A seed/catalyst-free growth of ZnO on graphene by thermal evaporation of Zn in the presence of O2 gas was further studied. The effects of substrate positions and graphene thicknesses on the morphological, structural, and optical properties were found to be very pronounced. By setting the substrate to be inclined at 90°, the growth of ZnO nanostructures, namely, nanoclusters and nanorods, on single-layer (SL) graphene was successfully realized at temperatures of 600°C and 800°C, respectively. For the growth on multilayer (ML) graphene at 600°C with an inclination angle of 90°, the grown structures show extremely thick and continuous cluster structures as compared to the growth with substrate’s inclination angle of 45°. Moreover, the base of nanorod structures grown at 800°C with an inclination angle of 90° also become thicker as compared to 45°, even though their densities and aspect ratios were almost unchanged. Photoluminescence (PL) spectra of the grown ZnO structures were composed of the UV emission (378–386 nm) and the visible emission (517–550 nm), and the intensity ratio of the former emission (IUV) to the latter emission (IVIS) changed, depending on the temperature. The structures grown at a low temperature of 600°C show the highest value of IUV/IVIS of 16.2, which is almost two times higher than the structures grown on SL graphene, indicating fewer structural defects. The possible growth mechanism was proposed and described which considered both the nucleation and oxidation processes. From the results obtained, it can be concluded that temperature below 800°C, substrate position inclined at 90° towards the gas flow, and ML graphene seems to be preferable parameters for the growth of ZnO structures by thermal evaporation because these factors can be used to overcome the problem of graphene’s oxidation that takes place during the growth.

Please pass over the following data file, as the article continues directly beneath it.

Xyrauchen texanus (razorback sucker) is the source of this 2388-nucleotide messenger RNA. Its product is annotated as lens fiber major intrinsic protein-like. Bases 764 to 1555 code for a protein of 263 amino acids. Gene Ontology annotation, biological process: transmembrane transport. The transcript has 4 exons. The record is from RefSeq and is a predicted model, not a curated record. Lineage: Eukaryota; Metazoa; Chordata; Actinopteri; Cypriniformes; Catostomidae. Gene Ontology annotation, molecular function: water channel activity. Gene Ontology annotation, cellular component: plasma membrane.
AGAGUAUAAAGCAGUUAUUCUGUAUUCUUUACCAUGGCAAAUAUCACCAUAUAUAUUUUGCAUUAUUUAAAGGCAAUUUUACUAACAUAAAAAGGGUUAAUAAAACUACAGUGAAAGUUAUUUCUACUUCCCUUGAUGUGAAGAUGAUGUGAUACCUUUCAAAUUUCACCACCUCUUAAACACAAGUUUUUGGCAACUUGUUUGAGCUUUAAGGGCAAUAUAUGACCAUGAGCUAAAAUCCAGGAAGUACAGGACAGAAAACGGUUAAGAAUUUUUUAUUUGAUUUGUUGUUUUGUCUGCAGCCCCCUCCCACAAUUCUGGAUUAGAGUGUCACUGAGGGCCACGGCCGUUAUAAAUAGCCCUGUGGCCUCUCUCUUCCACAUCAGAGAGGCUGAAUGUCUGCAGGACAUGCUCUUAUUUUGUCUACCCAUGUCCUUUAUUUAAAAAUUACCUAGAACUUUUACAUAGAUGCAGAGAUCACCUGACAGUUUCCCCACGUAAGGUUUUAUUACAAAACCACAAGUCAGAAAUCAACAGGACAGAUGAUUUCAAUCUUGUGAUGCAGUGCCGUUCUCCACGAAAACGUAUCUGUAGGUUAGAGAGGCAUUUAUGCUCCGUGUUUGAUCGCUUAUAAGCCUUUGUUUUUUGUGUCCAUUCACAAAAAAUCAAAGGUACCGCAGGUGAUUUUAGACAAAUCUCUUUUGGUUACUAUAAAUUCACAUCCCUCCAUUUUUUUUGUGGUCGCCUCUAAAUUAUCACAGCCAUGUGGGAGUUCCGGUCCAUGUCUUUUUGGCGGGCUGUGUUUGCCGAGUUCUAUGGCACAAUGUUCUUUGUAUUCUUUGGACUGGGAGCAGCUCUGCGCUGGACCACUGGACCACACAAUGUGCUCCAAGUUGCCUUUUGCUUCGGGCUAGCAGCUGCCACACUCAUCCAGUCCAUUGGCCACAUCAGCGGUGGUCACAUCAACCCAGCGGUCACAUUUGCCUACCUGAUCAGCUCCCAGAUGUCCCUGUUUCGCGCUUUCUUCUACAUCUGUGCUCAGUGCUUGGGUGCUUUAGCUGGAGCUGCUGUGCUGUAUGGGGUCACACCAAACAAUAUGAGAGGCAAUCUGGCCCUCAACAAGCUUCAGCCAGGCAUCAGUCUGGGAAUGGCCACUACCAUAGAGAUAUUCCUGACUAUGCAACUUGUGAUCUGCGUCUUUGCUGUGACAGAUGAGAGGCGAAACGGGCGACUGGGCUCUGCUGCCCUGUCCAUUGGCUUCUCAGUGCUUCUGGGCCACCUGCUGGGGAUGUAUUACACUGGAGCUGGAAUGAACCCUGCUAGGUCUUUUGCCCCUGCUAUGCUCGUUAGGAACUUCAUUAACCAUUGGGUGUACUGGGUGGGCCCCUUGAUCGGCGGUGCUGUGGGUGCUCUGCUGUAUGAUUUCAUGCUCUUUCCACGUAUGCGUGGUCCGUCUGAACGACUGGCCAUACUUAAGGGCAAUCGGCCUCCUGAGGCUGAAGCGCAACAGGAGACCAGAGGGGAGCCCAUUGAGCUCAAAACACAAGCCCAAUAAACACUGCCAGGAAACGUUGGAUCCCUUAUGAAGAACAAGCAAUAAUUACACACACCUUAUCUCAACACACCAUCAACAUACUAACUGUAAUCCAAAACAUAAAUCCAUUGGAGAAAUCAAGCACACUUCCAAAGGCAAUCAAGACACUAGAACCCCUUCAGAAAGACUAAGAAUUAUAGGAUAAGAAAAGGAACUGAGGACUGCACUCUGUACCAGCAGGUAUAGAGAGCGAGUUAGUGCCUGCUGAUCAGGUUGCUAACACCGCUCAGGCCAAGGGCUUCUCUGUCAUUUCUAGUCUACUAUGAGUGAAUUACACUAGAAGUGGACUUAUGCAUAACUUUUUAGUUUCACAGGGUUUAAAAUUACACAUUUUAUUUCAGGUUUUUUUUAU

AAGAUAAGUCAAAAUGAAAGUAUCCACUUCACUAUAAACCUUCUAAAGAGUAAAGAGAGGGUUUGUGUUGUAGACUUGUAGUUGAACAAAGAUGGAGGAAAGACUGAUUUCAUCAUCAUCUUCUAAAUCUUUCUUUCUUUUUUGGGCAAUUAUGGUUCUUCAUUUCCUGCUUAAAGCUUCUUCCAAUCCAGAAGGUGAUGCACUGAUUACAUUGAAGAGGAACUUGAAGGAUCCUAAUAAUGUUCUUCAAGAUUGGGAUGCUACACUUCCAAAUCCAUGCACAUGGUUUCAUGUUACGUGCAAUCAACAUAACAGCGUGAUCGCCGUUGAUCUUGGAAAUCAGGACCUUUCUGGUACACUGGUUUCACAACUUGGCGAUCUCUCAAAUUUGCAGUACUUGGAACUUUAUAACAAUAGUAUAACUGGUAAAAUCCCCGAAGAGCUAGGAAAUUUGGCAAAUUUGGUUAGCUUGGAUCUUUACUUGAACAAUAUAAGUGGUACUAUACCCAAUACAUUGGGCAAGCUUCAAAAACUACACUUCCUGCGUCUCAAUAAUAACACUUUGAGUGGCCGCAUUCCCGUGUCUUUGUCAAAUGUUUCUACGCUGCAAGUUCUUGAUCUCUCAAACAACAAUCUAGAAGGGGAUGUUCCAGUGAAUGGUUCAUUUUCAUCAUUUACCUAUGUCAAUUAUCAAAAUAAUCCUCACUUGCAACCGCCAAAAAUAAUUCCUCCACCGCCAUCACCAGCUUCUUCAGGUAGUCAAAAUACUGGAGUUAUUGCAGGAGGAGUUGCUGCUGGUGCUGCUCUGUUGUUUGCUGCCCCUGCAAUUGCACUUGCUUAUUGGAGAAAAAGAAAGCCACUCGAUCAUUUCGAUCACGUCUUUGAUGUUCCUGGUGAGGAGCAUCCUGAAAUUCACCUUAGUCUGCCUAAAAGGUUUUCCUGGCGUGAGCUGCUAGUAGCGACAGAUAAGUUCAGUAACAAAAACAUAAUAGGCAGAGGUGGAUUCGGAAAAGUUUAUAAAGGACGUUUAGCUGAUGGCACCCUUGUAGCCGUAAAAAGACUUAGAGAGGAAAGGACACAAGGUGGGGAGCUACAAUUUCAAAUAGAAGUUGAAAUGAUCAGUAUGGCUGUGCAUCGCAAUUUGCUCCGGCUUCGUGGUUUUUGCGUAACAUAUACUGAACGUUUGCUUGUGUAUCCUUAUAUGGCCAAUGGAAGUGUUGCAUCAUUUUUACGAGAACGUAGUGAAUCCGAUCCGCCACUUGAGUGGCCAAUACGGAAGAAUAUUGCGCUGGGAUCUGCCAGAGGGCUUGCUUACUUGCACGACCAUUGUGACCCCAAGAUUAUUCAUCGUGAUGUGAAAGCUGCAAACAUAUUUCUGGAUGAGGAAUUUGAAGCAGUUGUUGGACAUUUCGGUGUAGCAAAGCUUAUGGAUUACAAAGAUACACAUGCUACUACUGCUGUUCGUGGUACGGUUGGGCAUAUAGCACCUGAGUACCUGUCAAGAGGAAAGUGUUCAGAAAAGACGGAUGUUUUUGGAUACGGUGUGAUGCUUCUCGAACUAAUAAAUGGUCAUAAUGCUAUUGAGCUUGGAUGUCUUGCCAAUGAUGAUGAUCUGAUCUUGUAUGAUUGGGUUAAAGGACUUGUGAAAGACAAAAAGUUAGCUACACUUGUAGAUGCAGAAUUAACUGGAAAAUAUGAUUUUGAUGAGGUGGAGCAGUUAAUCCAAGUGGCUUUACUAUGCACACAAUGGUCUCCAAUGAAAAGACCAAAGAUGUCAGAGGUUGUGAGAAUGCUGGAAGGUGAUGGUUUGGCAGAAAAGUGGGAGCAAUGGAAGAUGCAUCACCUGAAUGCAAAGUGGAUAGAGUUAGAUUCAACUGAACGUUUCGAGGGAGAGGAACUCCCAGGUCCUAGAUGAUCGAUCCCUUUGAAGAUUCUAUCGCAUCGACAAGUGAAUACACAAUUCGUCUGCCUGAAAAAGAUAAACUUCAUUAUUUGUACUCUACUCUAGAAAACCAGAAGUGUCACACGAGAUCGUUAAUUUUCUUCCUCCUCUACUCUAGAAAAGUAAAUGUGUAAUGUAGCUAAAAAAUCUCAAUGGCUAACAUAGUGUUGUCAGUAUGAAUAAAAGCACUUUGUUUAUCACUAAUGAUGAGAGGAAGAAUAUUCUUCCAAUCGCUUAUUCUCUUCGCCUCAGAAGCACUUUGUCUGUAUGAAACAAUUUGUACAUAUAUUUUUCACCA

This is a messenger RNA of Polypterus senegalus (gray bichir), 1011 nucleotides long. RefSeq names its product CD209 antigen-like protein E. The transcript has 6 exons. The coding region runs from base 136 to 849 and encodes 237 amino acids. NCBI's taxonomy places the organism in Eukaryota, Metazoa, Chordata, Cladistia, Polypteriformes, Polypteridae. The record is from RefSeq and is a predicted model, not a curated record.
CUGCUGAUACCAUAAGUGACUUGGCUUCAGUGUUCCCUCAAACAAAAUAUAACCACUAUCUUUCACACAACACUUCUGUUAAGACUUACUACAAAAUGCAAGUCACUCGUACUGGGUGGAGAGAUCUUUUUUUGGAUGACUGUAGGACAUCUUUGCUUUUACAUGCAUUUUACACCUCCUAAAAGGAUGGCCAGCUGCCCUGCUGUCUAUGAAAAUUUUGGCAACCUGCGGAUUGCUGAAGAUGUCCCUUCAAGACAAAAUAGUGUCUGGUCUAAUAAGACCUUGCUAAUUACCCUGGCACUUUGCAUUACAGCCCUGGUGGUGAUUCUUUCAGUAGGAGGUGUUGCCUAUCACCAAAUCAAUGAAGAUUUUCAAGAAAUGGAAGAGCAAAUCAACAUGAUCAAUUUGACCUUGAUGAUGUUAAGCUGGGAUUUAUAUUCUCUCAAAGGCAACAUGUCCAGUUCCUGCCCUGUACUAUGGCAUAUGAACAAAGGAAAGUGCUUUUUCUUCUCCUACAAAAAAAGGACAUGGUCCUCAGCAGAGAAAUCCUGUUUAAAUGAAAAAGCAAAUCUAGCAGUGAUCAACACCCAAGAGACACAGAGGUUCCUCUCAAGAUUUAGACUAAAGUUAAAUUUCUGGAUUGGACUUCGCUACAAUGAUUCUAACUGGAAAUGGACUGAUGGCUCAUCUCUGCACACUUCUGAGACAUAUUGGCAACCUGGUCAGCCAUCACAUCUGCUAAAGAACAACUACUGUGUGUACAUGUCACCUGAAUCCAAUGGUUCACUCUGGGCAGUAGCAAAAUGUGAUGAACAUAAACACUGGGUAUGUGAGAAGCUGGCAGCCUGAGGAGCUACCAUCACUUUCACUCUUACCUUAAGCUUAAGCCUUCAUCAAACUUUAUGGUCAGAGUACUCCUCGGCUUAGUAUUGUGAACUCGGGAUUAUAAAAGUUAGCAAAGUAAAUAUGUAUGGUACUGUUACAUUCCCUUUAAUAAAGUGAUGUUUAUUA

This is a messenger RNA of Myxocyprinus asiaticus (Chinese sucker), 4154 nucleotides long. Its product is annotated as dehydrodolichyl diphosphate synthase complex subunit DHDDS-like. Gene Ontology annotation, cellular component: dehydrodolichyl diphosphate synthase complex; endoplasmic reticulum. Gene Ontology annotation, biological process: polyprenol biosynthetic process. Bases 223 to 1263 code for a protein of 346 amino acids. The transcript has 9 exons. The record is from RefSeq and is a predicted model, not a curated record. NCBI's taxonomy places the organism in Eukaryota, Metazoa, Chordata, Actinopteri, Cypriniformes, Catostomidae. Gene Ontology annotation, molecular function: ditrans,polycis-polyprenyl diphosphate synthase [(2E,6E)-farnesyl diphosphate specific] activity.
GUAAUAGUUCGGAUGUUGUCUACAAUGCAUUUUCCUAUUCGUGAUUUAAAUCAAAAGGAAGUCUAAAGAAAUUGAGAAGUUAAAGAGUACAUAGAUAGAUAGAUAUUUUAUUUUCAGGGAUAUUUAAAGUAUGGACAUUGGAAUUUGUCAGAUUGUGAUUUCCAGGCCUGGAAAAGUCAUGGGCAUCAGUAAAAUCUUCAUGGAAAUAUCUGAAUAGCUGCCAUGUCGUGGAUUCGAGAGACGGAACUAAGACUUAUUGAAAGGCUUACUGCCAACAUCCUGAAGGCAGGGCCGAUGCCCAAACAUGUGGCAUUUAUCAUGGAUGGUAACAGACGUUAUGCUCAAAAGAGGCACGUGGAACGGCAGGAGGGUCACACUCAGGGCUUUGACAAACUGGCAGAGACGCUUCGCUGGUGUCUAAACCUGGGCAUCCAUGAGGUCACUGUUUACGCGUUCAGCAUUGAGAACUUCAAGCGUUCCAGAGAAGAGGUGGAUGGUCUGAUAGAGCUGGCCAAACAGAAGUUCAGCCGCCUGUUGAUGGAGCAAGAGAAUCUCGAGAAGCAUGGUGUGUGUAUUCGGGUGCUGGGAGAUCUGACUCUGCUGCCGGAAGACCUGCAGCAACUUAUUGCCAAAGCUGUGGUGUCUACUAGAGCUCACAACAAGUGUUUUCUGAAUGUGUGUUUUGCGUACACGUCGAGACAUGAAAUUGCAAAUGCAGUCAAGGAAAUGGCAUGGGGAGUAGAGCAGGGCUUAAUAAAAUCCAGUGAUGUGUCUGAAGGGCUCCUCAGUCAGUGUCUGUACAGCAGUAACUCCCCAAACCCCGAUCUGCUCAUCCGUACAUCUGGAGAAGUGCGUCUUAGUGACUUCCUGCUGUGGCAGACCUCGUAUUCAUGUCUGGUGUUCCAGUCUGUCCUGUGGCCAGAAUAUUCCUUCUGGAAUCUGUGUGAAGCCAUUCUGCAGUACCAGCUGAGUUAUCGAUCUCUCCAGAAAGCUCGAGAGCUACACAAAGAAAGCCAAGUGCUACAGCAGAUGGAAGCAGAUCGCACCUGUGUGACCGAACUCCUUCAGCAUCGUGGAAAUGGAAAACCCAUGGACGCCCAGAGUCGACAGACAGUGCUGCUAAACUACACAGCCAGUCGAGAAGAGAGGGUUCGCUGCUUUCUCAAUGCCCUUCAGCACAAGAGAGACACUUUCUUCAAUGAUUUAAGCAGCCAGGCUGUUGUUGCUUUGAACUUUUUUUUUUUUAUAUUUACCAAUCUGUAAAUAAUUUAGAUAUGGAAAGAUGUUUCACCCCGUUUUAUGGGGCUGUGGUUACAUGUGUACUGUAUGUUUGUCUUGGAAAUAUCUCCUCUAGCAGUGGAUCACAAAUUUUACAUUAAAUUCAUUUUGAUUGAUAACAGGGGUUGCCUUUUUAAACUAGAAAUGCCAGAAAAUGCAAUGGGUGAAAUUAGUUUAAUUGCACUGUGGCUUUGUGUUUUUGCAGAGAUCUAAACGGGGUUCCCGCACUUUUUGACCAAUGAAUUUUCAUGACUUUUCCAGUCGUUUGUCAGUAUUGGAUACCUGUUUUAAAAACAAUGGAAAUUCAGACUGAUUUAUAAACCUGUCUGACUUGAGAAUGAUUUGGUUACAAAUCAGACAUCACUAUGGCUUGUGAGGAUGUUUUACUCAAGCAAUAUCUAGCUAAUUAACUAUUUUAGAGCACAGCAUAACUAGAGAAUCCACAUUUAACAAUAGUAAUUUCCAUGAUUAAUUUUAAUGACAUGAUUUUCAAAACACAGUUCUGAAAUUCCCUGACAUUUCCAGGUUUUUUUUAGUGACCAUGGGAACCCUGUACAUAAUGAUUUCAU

Ahmad, N. F., Yasui, K., & Hashim, A. M. (2015). Seed/catalyst-free growth of zinc oxide on graphene by thermal evaporation: effects of substrate inclination angles and graphene thicknesses. Nanoscale Research Letters, 10(1). https://doi.org/10.1186/s11671-014-0716-z